William J. Richards

William J. Richards, of Circieville, built a successful, diversified family farming operation by investing primarily in management and brain power rather than labor and machinery.

Richards was a pioneer in crop residue management and started producing crops without plowing in 1957. Richards founded Ohio Top Farmers organization, a purchasing and marketing cooperative. This organization is considered a model for the agriculture industry. He helped to initiate the highly successful National Alliance for Crop Residue Management, a "first in bringing together industry, government and the farm media for a common purpose. He also initiated a similar alliance to deal with wetlands issues.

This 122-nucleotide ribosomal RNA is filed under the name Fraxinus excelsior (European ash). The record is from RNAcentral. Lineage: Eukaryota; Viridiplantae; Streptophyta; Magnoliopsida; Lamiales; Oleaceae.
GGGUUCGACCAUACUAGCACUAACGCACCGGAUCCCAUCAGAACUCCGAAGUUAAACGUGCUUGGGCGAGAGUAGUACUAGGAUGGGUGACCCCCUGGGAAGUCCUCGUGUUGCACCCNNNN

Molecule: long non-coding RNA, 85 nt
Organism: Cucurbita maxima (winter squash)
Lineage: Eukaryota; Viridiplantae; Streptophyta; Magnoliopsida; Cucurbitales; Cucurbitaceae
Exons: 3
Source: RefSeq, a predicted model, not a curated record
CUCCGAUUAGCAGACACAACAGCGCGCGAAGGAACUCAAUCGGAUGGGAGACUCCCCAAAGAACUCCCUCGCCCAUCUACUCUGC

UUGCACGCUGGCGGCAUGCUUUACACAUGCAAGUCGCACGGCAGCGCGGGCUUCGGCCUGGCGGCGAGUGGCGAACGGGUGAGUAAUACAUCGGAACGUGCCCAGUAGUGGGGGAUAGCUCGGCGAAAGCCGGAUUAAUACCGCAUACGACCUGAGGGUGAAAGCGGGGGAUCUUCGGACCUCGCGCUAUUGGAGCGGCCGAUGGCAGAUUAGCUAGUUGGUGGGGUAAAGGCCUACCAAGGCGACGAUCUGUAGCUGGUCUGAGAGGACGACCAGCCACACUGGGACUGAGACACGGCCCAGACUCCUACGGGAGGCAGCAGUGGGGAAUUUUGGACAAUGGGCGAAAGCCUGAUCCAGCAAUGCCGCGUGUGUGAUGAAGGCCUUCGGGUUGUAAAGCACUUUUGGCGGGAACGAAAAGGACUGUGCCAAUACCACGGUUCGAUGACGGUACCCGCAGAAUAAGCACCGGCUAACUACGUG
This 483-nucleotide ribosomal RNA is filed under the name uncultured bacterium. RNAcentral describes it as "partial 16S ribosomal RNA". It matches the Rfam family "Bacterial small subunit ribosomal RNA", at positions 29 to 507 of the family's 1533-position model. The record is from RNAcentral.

In 1991, President George Bush appointed Richards to Chief, Soil and Conservation Service (SCS), U.S. Department of Agriculture. Richards guided the agency in taking positive approaches to farm legislation involving soil erosion control, wetlands protection and water management. He helped build a bridge between agriculture and environmental interests.